When using traditional application servers and integration middleware, developing a multi-tenant SaaS application that meets SaaS requirements (i.e. personalization, tenant dimensions, self-service, resource optimization, and data aggregation) is a non-trivial exercise. The prior blog post in this SaaS series describes the requirements and constraints for SaaS applications.
Because WSO2 Carbon based middleware servers contain a tenancy framework, development teams may rapidly migrate single-tenant web applications into multi-tenant SaaS applications. WSO2 Carbon creates a multi-tenant environment inside the middleware servers (i.e. application server, integration server, Enterprise Service Bus) and delivers unparalleled tenant density. For more information on the cost and effort savings, read the multi-tenant, shared container PaaS white paper.
The WSO2 Carbon framework creates tenant partitions, registers tenant specific applications, provides tenant administration tools, and holds run-time tenant context.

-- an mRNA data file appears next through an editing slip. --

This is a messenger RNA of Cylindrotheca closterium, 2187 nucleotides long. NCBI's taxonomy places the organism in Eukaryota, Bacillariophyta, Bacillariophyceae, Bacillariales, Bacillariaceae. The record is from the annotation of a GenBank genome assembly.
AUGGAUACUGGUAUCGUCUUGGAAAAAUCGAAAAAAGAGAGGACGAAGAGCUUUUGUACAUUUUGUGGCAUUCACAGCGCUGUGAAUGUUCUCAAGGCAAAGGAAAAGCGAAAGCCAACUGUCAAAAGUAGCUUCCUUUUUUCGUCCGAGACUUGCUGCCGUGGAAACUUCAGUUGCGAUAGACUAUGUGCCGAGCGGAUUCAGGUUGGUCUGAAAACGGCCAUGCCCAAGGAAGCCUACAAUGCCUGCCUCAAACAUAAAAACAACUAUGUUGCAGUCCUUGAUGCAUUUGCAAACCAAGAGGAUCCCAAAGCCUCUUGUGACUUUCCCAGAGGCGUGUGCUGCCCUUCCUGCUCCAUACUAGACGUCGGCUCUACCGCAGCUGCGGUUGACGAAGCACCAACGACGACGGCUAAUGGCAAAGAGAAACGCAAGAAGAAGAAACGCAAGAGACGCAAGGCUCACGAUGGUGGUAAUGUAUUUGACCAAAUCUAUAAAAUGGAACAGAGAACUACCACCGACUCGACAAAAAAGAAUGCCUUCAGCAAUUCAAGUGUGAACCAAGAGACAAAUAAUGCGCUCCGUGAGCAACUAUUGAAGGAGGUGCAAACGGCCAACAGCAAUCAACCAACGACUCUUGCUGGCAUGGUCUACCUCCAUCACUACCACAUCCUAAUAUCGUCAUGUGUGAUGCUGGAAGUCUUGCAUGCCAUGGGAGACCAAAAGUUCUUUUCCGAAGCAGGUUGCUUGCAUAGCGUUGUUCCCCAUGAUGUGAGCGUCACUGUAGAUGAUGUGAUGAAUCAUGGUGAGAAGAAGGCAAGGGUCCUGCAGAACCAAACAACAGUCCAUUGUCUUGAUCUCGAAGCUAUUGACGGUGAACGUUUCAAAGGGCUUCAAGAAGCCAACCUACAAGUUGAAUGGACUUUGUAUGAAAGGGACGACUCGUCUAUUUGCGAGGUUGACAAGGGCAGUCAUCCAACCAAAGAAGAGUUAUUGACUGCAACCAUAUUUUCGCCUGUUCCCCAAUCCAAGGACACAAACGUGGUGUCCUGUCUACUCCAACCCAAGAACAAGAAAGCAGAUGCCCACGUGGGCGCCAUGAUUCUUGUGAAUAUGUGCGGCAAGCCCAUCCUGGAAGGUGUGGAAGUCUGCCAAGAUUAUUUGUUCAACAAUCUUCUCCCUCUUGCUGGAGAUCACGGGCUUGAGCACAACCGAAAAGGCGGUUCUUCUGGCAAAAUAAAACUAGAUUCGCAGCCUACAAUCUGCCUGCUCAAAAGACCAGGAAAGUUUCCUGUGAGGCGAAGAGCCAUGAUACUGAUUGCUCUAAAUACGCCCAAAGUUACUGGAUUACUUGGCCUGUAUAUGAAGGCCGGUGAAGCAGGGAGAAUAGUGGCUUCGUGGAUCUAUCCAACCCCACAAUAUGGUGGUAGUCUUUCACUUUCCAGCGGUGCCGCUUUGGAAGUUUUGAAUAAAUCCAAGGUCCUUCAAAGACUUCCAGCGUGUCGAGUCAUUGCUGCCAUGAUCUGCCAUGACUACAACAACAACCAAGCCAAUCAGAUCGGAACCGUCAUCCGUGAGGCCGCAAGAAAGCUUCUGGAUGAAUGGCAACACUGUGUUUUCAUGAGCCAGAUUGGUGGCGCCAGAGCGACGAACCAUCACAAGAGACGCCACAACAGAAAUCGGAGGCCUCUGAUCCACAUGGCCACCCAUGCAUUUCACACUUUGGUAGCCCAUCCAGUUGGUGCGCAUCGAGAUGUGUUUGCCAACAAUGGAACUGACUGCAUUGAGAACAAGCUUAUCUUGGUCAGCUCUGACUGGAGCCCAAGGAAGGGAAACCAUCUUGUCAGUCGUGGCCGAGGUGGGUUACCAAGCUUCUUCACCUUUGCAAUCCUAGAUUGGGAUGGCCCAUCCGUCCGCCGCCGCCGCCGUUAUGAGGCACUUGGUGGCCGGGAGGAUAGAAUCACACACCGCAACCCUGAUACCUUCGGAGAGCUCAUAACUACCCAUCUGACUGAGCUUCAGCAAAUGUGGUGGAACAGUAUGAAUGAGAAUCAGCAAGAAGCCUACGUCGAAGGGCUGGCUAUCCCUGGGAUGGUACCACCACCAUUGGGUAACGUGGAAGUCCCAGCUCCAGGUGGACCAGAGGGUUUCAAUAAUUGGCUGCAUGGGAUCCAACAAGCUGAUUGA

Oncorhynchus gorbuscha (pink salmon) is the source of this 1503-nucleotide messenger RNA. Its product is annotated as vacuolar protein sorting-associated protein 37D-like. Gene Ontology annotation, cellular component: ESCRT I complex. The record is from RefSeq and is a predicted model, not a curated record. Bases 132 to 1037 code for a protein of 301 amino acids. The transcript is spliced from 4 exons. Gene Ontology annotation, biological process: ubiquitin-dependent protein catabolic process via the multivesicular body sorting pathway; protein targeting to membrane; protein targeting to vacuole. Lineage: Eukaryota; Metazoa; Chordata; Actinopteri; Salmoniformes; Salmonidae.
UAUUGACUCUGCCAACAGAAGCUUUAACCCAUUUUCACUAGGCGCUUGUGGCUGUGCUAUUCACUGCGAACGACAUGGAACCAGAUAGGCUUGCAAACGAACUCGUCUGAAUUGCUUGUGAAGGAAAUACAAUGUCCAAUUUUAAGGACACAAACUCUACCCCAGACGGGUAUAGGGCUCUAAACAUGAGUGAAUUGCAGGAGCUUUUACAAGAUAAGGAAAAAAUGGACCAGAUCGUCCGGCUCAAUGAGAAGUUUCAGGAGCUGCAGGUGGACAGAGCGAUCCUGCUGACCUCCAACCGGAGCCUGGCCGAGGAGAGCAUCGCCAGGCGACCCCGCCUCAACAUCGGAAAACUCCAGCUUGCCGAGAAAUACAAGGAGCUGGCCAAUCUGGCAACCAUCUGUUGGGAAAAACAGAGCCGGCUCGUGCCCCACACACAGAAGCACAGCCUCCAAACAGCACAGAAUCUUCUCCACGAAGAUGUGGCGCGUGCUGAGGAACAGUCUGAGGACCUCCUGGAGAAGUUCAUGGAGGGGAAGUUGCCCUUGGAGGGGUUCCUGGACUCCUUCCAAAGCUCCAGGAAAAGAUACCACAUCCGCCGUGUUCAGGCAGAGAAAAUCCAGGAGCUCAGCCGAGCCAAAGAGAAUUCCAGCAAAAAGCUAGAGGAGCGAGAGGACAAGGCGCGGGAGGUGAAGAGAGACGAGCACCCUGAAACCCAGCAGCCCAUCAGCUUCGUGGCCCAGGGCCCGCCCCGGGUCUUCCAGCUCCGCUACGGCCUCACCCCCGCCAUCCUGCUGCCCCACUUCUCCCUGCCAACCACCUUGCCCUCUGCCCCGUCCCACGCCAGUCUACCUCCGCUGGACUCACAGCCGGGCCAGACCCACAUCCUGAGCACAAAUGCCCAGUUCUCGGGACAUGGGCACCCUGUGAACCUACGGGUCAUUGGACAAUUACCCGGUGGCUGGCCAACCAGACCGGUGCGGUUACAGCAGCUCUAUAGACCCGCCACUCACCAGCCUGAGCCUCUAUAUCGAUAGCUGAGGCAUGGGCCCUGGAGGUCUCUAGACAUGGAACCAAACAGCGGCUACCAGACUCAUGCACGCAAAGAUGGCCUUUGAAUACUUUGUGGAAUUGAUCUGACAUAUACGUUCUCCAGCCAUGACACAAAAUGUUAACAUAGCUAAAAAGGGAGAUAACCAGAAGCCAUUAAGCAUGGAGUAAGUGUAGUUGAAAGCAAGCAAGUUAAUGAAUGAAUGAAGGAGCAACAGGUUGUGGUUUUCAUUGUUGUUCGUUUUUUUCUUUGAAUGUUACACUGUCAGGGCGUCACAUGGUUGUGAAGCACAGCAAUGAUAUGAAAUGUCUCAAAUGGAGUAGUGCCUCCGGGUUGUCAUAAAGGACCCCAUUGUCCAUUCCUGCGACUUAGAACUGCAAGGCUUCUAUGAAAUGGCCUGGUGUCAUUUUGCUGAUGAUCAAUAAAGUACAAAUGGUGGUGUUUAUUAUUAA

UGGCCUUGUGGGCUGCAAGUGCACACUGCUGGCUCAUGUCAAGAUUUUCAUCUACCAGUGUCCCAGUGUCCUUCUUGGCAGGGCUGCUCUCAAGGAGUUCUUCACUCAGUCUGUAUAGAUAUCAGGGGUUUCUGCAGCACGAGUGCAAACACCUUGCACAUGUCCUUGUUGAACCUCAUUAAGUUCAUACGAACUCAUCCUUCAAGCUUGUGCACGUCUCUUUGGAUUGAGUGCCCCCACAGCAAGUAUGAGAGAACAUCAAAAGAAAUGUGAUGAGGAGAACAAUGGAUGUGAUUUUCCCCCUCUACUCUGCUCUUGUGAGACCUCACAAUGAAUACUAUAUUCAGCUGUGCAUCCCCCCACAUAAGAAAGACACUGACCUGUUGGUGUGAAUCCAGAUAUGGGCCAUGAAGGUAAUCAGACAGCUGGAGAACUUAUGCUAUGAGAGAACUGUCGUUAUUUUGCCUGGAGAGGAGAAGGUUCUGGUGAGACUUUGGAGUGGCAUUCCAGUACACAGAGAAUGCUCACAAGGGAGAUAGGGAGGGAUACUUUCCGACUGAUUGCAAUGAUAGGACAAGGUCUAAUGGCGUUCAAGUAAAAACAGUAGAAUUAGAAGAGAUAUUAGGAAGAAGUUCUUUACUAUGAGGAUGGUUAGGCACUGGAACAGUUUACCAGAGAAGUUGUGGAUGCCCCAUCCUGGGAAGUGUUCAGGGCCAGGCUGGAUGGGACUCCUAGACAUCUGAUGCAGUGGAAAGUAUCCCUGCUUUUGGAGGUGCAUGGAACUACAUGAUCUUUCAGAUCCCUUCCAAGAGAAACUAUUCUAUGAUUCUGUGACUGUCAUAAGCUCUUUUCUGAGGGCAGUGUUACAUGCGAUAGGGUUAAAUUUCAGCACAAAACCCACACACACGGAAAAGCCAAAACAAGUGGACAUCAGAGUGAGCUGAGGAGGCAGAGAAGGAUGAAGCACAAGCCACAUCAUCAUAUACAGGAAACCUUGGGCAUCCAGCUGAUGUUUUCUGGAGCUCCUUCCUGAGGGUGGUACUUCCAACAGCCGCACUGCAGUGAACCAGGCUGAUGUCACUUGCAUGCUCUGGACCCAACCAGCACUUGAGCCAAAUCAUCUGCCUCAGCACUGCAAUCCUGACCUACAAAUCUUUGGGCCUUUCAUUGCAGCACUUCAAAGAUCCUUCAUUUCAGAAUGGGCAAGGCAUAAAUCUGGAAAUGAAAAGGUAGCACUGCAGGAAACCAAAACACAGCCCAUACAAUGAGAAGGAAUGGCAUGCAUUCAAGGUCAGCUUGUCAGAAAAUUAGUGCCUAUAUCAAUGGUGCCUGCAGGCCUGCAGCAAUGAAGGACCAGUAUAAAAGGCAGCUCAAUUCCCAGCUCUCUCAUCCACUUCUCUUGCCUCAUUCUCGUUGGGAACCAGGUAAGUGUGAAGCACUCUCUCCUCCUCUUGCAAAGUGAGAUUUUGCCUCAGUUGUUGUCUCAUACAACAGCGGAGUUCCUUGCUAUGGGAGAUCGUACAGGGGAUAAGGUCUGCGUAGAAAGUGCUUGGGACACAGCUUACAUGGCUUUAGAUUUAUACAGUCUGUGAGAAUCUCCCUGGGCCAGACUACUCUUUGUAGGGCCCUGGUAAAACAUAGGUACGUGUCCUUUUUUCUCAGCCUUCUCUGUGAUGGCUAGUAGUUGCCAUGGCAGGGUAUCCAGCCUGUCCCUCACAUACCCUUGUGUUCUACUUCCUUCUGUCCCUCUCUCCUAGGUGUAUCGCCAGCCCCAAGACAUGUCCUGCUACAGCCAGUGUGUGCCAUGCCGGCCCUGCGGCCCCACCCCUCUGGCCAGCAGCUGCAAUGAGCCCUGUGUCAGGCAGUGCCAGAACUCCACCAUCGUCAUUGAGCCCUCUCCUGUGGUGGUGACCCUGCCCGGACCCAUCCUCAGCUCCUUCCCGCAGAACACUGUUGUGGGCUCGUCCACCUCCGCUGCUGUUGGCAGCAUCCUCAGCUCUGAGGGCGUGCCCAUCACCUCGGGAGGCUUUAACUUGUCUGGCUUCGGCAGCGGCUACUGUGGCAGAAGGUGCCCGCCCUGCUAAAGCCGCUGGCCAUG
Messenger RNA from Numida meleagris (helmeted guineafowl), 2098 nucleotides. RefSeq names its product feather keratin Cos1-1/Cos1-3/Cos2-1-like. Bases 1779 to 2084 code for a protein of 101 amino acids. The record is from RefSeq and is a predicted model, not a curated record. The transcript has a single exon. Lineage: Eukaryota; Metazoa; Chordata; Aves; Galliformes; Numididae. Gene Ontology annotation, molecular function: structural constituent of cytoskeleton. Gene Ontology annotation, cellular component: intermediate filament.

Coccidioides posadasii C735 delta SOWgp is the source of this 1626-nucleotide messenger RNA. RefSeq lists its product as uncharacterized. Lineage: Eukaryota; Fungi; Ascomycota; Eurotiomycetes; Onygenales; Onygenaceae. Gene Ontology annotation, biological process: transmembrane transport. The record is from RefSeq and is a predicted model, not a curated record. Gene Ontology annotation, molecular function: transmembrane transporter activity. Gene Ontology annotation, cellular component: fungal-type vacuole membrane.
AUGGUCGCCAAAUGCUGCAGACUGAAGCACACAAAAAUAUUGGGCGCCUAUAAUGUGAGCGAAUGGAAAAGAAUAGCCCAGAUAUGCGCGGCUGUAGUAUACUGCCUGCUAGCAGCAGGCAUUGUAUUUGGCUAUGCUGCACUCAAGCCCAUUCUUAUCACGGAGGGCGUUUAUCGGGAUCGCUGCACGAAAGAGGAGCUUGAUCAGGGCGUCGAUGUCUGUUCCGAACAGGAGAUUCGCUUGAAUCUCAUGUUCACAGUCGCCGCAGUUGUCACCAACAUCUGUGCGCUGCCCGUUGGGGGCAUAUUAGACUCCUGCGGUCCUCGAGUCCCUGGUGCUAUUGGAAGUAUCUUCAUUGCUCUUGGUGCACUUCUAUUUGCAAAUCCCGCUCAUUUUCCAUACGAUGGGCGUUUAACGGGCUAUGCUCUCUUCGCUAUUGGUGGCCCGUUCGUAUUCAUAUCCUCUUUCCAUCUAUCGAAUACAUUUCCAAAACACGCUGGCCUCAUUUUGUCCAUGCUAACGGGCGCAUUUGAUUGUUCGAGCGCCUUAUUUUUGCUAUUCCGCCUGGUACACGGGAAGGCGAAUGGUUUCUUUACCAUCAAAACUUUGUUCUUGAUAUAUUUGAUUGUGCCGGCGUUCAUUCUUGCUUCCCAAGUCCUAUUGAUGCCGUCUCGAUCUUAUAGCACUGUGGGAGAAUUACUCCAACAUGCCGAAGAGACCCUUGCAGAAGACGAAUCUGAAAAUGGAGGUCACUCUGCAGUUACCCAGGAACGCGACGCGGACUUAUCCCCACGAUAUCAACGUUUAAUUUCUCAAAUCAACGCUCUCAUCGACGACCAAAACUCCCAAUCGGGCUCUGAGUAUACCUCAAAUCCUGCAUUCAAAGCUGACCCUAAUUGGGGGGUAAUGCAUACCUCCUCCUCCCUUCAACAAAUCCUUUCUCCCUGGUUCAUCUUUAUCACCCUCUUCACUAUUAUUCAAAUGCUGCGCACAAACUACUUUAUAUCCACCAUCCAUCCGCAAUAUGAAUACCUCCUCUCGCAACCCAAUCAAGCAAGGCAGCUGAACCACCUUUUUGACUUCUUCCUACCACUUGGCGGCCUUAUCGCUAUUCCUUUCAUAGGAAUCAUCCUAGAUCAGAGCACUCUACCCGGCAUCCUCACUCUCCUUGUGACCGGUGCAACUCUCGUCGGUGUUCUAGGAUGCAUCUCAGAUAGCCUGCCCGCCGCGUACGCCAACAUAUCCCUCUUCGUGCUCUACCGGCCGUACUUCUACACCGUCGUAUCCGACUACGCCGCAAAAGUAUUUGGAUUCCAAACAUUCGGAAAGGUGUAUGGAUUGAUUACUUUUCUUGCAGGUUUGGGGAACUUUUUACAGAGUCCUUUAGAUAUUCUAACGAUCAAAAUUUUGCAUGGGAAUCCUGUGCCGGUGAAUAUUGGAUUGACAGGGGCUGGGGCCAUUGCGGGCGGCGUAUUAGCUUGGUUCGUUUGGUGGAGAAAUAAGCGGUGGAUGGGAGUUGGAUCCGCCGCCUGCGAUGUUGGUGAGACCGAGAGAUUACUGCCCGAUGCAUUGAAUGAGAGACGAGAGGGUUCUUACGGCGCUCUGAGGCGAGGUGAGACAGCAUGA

In this blog post series, we will deploy a tenant-aware SaaS application on the WSO2 Application Server 5.1, illustrate how to acquire the Carbon Context object, and demonstrate multi-tenancy in action. The WSO2 Application Server is based on Apache Tomcat, and extends Tomcat with enterprise security, logging, management, clustering, and multi-tenancy; turning the open source Apache Tomcat project into Enterprise, Cloud-Native Tomcat++
Step 1 – Deploy Carbon and Acquire Carbon Context
The SaaS application demonstrates tenant-specific framework objects, illustrates tenancy isolation, and reviews the Java Tenancy API within WSO2 Carbon. The application code is available from GitHub at https://github.com/karux/CarbonSaaSTest.git
The Carbon Context object holds registry, cache, queue, user realm, and role based access control (RBAC) information for each tenant run-time context. Each SaaS application can use a Carbon platform API to access context details and personalize the application experience.
This blog tutorial and example code demonstrates the following getting started concepts and steps:
- Getting Started #1 – Defining a Tenancy Dimension Model
- Step 0: Deploy the WSO2 Application Server and start server
- Step 1: Log into the Carbon administration console as the super-administrator
- Getting Started #2 – Provisioning SaaS Applications
- Step 0: Compile the CarbonSaaSTest Application
- Step 1: Provision a Global Tenant Scope SaaS Application
- Getting Started #3 – Acquire Tenant Context